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Eligibility for low-dose computerized tomography screening among asbestos-exposed individuals.
Pubmed ID
25837734 (View this publication on the PubMed website)
Scand J Work Environ Health. 2015 Jul; Volume 41 (Issue 4): Pages 407-12
Fitzgerald NR, Flanagan WM, Evans WK, Miller AB, Canadian Partnership against Cancer (CPAC) Cancer Risk Management (CRM) Lung Cancer Working
  • Dalla Lana School of Public Health, University of Toronto, Toronto, Ontario, Canada.

OBJECTIVES: The study aimed to incorporate an estimate of risk for asbestos exposure in the Canadian Cancer Risk Management Lung Cancer (CRMM-LC) microsimulation model.

METHODS: In CRMM-LC, a 3-year probability of developing lung cancer can be derived from different risk profiles. An asbestos-exposed cohort was simulated and different scenarios of low-dose computerized tomography (LDCT) screening were simulated.

RESULTS: As annual LDCT screening among non-asbestos-exposed individuals is less cost-effective than biennial screening, all the scenarios modeled for an asbestos-exposed cohort were biennial. For individuals with a two-fold risk of asbestos-induced lung cancer to be eligible for biennial LDCT screening, a smoking history of ≥15 pack-years would be necessary. For non-smokers with asbestos exposure resulting in a relative risk (RR) for lung cancer, it is not cost-effective to screen those with a RR of 5, but it is cost-effective to screen those with a RR of 10 (the heavily exposed).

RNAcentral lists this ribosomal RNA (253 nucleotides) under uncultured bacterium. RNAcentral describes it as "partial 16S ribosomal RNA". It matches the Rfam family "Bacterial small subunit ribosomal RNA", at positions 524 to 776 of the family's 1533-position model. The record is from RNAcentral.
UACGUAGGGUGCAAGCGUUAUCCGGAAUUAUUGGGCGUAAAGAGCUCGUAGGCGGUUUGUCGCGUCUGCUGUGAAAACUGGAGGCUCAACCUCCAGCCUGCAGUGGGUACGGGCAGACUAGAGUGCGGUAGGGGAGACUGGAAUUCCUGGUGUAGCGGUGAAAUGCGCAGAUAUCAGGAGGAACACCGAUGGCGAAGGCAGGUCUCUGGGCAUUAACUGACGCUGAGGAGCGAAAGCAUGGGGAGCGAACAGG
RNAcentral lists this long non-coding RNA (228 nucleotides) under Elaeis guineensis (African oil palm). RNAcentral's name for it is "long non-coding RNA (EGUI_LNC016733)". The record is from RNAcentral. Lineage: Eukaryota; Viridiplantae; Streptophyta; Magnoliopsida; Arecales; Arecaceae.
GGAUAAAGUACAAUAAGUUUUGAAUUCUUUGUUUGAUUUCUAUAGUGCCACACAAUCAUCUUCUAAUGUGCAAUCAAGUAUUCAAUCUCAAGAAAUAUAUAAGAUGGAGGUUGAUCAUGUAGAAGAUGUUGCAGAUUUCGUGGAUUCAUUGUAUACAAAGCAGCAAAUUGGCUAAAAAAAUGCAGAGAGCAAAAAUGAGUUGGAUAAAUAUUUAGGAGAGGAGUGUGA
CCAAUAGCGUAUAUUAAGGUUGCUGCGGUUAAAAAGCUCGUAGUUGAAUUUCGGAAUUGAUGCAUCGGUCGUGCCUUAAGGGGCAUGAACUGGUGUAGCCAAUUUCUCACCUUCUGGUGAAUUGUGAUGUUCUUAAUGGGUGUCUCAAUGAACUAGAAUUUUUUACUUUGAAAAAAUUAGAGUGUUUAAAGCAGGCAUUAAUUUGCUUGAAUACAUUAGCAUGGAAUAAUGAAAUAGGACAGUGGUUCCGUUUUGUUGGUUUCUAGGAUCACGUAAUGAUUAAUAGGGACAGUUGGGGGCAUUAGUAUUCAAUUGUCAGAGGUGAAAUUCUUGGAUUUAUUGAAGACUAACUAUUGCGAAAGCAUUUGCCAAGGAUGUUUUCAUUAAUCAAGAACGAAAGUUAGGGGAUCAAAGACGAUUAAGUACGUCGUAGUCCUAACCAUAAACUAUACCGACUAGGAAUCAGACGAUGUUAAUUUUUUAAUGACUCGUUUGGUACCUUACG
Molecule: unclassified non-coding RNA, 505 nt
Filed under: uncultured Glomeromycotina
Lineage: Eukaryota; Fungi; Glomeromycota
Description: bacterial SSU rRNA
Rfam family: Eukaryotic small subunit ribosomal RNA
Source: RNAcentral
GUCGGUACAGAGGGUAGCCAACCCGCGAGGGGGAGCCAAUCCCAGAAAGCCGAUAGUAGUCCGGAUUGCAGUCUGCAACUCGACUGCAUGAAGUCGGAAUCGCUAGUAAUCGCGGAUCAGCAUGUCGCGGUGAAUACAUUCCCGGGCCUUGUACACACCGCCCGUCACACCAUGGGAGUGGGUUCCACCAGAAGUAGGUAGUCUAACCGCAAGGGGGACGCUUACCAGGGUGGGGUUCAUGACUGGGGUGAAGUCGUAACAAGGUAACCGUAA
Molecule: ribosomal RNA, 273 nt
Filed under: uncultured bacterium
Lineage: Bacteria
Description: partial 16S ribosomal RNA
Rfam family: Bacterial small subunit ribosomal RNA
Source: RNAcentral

CONCLUSION: Asbestos-exposed individuals with an estimated two-fold or more risk of lung cancer from asbestos-exposure are eligible for LDCT screening at all ages from 55-74 years if they have a cigarette smoking history of ≥15 pack-years. Asbestos-exposed individuals who are lifelong non-smokers are eligible for LDCT screening at all ages from 55-74 years if they have accumulated a degree of asbestos exposure resulting in an estimated risk of lung cancer of ≥10.

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